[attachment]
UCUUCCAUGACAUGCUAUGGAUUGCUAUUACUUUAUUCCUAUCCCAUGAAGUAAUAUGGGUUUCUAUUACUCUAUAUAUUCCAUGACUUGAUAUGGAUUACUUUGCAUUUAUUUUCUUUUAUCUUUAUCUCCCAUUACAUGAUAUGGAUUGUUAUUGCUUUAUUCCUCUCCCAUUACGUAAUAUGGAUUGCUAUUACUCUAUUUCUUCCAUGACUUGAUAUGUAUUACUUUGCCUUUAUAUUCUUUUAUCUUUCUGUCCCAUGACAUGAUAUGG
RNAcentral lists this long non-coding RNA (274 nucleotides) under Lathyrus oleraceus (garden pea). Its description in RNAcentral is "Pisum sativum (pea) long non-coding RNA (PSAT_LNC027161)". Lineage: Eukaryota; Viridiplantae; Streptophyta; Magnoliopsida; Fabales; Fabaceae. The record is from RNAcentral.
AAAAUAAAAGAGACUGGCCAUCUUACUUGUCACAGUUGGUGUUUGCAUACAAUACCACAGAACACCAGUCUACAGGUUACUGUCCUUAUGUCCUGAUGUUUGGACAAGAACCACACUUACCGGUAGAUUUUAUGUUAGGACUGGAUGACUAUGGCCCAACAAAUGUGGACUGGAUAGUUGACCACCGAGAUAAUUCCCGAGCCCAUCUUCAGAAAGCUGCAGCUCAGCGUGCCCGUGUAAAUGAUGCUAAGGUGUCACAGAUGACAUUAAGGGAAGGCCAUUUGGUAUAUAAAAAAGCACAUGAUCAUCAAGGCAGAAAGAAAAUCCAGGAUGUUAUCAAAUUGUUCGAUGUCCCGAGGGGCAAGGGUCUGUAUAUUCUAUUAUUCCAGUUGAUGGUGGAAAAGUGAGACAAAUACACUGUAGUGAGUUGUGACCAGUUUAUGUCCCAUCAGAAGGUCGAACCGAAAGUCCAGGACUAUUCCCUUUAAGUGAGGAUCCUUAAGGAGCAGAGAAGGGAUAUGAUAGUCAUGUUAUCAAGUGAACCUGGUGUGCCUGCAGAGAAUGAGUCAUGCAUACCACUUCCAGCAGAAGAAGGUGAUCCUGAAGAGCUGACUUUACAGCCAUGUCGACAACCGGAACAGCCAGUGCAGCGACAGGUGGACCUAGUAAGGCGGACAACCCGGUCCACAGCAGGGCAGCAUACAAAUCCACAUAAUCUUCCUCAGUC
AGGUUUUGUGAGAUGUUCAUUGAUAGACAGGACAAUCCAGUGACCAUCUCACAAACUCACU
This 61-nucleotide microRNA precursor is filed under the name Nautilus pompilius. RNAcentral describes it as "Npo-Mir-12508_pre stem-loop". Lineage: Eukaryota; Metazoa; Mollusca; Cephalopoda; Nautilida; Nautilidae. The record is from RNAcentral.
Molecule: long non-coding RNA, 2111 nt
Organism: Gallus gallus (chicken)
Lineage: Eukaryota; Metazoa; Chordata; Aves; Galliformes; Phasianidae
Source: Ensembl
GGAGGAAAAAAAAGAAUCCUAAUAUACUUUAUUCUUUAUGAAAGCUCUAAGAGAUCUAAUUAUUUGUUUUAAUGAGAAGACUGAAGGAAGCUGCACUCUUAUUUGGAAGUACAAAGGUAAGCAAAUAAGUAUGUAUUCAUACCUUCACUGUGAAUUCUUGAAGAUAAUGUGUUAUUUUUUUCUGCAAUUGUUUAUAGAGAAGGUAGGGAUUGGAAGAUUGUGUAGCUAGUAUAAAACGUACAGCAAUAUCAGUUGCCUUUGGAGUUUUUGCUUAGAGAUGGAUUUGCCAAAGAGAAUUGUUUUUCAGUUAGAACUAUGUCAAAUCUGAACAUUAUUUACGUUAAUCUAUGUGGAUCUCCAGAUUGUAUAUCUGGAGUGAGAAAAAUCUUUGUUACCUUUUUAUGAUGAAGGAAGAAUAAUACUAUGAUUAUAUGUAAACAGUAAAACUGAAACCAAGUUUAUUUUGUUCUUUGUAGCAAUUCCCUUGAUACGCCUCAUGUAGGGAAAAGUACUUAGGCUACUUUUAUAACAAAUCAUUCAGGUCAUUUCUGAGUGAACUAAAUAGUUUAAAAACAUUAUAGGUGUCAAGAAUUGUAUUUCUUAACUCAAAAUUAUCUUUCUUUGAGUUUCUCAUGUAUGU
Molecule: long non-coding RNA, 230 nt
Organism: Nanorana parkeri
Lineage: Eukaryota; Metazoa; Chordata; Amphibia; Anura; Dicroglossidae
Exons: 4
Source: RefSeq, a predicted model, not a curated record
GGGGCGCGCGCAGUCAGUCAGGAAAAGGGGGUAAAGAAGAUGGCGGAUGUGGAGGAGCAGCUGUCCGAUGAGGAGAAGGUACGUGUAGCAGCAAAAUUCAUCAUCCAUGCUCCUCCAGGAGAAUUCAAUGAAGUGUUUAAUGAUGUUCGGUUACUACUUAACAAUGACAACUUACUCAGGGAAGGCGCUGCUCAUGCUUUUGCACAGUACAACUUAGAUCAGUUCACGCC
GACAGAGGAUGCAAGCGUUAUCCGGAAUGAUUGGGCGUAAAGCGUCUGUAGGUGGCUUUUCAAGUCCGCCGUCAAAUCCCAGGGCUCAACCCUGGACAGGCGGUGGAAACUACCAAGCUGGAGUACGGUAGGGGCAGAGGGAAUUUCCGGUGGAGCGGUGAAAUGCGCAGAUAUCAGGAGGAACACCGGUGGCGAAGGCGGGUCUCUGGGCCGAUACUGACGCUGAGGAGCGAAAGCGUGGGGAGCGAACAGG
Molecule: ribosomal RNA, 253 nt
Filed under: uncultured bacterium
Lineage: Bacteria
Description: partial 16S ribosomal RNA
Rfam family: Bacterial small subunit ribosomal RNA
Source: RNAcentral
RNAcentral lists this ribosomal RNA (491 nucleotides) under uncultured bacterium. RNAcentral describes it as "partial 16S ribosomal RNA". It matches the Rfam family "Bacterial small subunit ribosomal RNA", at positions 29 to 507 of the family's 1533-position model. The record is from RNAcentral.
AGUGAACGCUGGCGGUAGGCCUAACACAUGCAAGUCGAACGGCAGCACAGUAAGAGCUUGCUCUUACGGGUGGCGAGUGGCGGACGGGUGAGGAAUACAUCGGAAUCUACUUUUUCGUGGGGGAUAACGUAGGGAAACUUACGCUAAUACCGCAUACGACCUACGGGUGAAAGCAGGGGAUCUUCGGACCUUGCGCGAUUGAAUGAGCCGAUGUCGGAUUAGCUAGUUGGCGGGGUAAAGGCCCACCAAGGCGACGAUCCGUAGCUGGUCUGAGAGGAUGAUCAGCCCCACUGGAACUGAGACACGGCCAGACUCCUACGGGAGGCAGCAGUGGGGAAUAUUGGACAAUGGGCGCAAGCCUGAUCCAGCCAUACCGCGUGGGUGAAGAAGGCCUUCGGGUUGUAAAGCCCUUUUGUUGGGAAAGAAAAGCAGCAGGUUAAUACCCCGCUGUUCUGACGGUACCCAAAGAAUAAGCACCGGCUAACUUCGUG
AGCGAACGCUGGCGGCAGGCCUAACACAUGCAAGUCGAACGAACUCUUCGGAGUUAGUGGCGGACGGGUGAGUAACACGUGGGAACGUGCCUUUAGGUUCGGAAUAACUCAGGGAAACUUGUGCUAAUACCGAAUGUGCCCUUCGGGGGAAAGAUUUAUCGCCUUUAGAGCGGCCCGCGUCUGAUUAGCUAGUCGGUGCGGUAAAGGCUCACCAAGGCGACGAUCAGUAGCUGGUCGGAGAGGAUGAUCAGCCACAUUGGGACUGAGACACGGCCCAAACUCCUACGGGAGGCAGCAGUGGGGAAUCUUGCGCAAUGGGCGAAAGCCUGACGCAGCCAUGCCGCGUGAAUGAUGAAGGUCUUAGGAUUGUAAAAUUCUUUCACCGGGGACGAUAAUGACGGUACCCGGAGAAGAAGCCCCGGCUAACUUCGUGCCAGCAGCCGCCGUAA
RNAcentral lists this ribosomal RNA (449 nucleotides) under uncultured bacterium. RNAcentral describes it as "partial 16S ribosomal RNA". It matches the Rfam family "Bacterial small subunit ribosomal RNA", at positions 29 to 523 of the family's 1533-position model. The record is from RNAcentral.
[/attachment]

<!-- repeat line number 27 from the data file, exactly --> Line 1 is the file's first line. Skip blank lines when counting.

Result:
RNAcentral lists this ribosomal RNA (449 nucleotides) under uncultured bacterium. RNAcentral describes it as "partial 16S ribosomal RNA". It matches the Rfam family "Bacterial small subunit ribosomal RNA", at positions 29 to 523 of the family's 1533-position model. The record is from RNAcentral.